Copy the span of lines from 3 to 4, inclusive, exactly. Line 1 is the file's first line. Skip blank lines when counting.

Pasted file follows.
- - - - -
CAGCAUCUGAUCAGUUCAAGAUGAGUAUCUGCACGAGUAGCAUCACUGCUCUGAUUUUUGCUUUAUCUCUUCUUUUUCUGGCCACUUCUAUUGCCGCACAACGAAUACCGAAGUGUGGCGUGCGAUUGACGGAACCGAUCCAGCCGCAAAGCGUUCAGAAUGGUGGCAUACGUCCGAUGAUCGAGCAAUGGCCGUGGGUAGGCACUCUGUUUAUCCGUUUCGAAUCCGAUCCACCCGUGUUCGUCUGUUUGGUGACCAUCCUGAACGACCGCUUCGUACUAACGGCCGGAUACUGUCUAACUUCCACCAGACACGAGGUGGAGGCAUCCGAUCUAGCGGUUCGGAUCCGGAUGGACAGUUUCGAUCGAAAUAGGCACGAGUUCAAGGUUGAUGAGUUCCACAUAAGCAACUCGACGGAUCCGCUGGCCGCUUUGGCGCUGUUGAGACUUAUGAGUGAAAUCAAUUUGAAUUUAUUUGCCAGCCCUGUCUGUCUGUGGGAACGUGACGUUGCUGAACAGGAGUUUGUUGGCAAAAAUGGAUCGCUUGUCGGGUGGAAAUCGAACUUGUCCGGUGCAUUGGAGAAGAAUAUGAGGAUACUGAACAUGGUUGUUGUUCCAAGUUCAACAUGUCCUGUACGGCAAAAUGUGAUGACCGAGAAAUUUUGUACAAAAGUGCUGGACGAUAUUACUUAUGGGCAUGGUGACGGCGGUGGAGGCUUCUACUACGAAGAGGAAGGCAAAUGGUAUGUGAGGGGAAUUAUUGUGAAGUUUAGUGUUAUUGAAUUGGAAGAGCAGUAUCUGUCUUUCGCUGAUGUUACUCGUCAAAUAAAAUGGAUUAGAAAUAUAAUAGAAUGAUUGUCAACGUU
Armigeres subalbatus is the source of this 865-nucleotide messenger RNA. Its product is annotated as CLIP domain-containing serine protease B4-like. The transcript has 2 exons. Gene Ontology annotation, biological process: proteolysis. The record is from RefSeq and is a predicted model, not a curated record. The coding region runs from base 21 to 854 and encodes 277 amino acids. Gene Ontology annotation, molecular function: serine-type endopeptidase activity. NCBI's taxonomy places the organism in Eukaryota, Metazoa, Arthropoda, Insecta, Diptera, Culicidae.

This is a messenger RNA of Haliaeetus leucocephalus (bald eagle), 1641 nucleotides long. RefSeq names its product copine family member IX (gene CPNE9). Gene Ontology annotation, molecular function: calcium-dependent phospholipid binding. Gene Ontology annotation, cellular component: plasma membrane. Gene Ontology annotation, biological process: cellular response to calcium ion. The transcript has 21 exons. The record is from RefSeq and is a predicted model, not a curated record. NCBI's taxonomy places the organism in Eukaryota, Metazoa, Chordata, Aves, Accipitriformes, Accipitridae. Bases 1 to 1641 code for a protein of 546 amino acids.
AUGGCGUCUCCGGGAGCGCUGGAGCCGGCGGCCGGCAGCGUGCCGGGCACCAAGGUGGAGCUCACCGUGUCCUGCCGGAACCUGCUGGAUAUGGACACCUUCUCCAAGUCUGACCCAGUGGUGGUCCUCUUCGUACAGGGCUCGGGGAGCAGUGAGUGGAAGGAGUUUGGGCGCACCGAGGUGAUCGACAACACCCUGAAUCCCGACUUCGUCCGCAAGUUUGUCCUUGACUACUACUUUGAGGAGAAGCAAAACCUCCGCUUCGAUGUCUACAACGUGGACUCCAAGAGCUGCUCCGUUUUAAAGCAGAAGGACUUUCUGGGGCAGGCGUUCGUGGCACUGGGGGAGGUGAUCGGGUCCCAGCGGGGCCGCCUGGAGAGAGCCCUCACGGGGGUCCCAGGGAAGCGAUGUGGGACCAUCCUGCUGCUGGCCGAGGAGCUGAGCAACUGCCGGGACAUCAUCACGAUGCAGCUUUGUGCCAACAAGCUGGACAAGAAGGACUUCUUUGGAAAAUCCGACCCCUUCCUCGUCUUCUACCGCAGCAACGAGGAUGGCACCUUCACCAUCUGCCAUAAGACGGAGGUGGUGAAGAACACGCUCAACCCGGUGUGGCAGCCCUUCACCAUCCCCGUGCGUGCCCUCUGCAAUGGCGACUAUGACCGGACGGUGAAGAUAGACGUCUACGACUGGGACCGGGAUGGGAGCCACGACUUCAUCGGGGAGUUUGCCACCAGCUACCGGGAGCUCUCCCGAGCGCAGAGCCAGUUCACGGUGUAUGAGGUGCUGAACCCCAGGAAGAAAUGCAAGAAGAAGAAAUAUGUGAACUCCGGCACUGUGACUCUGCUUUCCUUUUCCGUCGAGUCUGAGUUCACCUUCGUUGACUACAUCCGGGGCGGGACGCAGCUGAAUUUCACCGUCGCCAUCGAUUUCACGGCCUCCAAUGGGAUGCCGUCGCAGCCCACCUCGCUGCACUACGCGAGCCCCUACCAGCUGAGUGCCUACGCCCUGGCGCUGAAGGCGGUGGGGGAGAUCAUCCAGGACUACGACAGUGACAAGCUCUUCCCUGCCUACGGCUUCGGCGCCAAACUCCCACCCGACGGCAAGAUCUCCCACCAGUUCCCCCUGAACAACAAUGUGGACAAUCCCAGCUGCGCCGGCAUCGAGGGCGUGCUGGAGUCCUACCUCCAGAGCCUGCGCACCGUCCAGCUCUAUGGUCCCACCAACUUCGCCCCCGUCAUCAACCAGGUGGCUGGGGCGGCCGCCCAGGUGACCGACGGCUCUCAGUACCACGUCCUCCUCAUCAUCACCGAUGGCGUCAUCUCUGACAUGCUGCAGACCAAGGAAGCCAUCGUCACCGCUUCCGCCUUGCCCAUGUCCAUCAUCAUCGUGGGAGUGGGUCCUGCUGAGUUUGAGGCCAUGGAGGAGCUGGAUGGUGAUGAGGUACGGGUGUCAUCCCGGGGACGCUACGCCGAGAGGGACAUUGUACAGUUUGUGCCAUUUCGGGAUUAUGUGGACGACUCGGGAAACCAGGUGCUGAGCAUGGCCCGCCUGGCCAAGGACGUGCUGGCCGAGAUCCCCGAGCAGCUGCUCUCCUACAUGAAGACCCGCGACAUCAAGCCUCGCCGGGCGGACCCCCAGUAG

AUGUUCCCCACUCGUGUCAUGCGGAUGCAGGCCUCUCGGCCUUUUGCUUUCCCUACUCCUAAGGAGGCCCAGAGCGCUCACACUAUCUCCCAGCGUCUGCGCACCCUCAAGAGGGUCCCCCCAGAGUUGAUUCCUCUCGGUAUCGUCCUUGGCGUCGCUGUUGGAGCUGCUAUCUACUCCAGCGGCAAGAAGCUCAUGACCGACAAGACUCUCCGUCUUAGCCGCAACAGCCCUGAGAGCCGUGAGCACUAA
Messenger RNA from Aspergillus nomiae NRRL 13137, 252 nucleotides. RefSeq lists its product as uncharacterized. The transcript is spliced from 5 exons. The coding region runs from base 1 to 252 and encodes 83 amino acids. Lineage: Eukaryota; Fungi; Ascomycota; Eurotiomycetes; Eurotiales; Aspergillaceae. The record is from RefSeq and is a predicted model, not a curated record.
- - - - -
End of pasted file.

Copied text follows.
This is a messenger RNA of Haliaeetus leucocephalus (bald eagle), 1641 nucleotides long. RefSeq names its product copine family member IX (gene CPNE9). Gene Ontology annotation, molecular function: calcium-dependent phospholipid binding. Gene Ontology annotation, cellular component: plasma membrane. Gene Ontology annotation, biological process: cellular response to calcium ion. The transcript has 21 exons. The record is from RefSeq and is a predicted model, not a curated record. NCBI's taxonomy places the organism in Eukaryota, Metazoa, Chordata, Aves, Accipitriformes, Accipitridae. Bases 1 to 1641 code for a protein of 546 amino acids.
AUGGCGUCUCCGGGAGCGCUGGAGCCGGCGGCCGGCAGCGUGCCGGGCACCAAGGUGGAGCUCACCGUGUCCUGCCGGAACCUGCUGGAUAUGGACACCUUCUCCAAGUCUGACCCAGUGGUGGUCCUCUUCGUACAGGGCUCGGGGAGCAGUGAGUGGAAGGAGUUUGGGCGCACCGAGGUGAUCGACAACACCCUGAAUCCCGACUUCGUCCGCAAGUUUGUCCUUGACUACUACUUUGAGGAGAAGCAAAACCUCCGCUUCGAUGUCUACAACGUGGACUCCAAGAGCUGCUCCGUUUUAAAGCAGAAGGACUUUCUGGGGCAGGCGUUCGUGGCACUGGGGGAGGUGAUCGGGUCCCAGCGGGGCCGCCUGGAGAGAGCCCUCACGGGGGUCCCAGGGAAGCGAUGUGGGACCAUCCUGCUGCUGGCCGAGGAGCUGAGCAACUGCCGGGACAUCAUCACGAUGCAGCUUUGUGCCAACAAGCUGGACAAGAAGGACUUCUUUGGAAAAUCCGACCCCUUCCUCGUCUUCUACCGCAGCAACGAGGAUGGCACCUUCACCAUCUGCCAUAAGACGGAGGUGGUGAAGAACACGCUCAACCCGGUGUGGCAGCCCUUCACCAUCCCCGUGCGUGCCCUCUGCAAUGGCGACUAUGACCGGACGGUGAAGAUAGACGUCUACGACUGGGACCGGGAUGGGAGCCACGACUUCAUCGGGGAGUUUGCCACCAGCUACCGGGAGCUCUCCCGAGCGCAGAGCCAGUUCACGGUGUAUGAGGUGCUGAACCCCAGGAAGAAAUGCAAGAAGAAGAAAUAUGUGAACUCCGGCACUGUGACUCUGCUUUCCUUUUCCGUCGAGUCUGAGUUCACCUUCGUUGACUACAUCCGGGGCGGGACGCAGCUGAAUUUCACCGUCGCCAUCGAUUUCACGGCCUCCAAUGGGAUGCCGUCGCAGCCCACCUCGCUGCACUACGCGAGCCCCUACCAGCUGAGUGCCUACGCCCUGGCGCUGAAGGCGGUGGGGGAGAUCAUCCAGGACUACGACAGUGACAAGCUCUUCCCUGCCUACGGCUUCGGCGCCAAACUCCCACCCGACGGCAAGAUCUCCCACCAGUUCCCCCUGAACAACAAUGUGGACAAUCCCAGCUGCGCCGGCAUCGAGGGCGUGCUGGAGUCCUACCUCCAGAGCCUGCGCACCGUCCAGCUCUAUGGUCCCACCAACUUCGCCCCCGUCAUCAACCAGGUGGCUGGGGCGGCCGCCCAGGUGACCGACGGCUCUCAGUACCACGUCCUCCUCAUCAUCACCGAUGGCGUCAUCUCUGACAUGCUGCAGACCAAGGAAGCCAUCGUCACCGCUUCCGCCUUGCCCAUGUCCAUCAUCAUCGUGGGAGUGGGUCCUGCUGAGUUUGAGGCCAUGGAGGAGCUGGAUGGUGAUGAGGUACGGGUGUCAUCCCGGGGACGCUACGCCGAGAGGGACAUUGUACAGUUUGUGCCAUUUCGGGAUUAUGUGGACGACUCGGGAAACCAGGUGCUGAGCAUGGCCCGCCUGGCCAAGGACGUGCUGGCCGAGAUCCCCGAGCAGCUGCUCUCCUACAUGAAGACCCGCGACAUCAAGCCUCGCCGGGCGGACCCCCAGUAG